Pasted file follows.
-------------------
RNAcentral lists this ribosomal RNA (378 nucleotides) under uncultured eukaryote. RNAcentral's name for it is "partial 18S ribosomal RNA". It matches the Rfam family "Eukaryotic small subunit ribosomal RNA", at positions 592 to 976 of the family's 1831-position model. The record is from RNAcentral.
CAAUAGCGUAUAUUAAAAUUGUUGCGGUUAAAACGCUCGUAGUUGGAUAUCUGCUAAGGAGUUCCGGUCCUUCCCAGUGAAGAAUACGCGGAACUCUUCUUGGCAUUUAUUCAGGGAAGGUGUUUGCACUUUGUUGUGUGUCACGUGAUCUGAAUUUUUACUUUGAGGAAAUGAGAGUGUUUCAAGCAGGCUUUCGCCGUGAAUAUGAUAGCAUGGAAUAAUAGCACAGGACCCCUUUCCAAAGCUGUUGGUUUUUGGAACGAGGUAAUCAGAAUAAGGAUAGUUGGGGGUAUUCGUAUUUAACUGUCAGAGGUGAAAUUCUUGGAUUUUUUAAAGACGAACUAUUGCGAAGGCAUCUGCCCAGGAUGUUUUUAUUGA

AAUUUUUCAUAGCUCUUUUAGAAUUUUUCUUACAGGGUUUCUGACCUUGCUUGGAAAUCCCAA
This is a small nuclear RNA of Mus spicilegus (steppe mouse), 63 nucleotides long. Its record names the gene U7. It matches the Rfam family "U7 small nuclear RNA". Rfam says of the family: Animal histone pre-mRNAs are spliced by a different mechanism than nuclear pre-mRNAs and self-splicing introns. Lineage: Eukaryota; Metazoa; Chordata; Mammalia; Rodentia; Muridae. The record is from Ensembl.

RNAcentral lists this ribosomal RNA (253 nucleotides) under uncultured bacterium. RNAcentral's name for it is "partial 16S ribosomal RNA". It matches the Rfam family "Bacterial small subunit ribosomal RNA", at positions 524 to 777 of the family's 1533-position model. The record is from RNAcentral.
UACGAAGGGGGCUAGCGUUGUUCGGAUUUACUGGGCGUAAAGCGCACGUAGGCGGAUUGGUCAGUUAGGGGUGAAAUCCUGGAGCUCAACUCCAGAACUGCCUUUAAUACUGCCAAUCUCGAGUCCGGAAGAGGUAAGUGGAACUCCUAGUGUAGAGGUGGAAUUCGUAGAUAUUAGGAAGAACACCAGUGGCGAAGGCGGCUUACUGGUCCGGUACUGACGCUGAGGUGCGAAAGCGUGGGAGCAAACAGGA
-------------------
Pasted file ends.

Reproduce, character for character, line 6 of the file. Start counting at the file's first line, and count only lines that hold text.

UACGAAGGGGGCUAGCGUUGUUCGGAUUUACUGGGCGUAAAGCGCACGUAGGCGGAUUGGUCAGUUAGGGGUGAAAUCCUGGAGCUCAACUCCAGAACUGCCUUUAAUACUGCCAAUCUCGAGUCCGGAAGAGGUAAGUGGAACUCCUAGUGUAGAGGUGGAAUUCGUAGAUAUUAGGAAGAACACCAGUGGCGAAGGCGGCUUACUGGUCCGGUACUGACGCUGAGGUGCGAAAGCGUGGGAGCAAACAGGA